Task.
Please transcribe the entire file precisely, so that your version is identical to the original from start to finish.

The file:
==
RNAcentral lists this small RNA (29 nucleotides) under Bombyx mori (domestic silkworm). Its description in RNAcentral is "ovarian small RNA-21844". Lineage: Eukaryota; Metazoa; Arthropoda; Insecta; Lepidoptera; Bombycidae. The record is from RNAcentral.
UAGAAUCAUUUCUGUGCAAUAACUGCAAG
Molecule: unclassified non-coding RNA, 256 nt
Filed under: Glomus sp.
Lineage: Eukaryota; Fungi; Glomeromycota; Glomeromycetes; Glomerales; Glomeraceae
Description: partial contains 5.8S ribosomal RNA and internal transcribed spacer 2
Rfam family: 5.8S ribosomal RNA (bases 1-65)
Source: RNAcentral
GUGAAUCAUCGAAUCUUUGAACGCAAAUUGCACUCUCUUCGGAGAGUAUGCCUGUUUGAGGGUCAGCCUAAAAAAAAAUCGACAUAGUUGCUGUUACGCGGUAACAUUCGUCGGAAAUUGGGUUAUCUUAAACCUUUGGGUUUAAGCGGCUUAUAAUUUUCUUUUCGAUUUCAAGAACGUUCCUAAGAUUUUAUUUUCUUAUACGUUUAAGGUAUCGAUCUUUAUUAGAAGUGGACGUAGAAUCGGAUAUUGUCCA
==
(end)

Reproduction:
RNAcentral lists this small RNA (29 nucleotides) under Bombyx mori (domestic silkworm). Its description in RNAcentral is "ovarian small RNA-21844". Lineage: Eukaryota; Metazoa; Arthropoda; Insecta; Lepidoptera; Bombycidae. The record is from RNAcentral.
UAGAAUCAUUUCUGUGCAAUAACUGCAAG
Molecule: unclassified non-coding RNA, 256 nt
Filed under: Glomus sp.
Lineage: Eukaryota; Fungi; Glomeromycota; Glomeromycetes; Glomerales; Glomeraceae
Description: partial contains 5.8S ribosomal RNA and internal transcribed spacer 2
Rfam family: 5.8S ribosomal RNA (bases 1-65)
Source: RNAcentral
GUGAAUCAUCGAAUCUUUGAACGCAAAUUGCACUCUCUUCGGAGAGUAUGCCUGUUUGAGGGUCAGCCUAAAAAAAAAUCGACAUAGUUGCUGUUACGCGGUAACAUUCGUCGGAAAUUGGGUUAUCUUAAACCUUUGGGUUUAAGCGGCUUAUAAUUUUCUUUUCGAUUUCAAGAACGUUCCUAAGAUUUUAUUUUCUUAUACGUUUAAGGUAUCGAUCUUUAUUAGAAGUGGACGUAGAAUCGGAUAUUGUCCA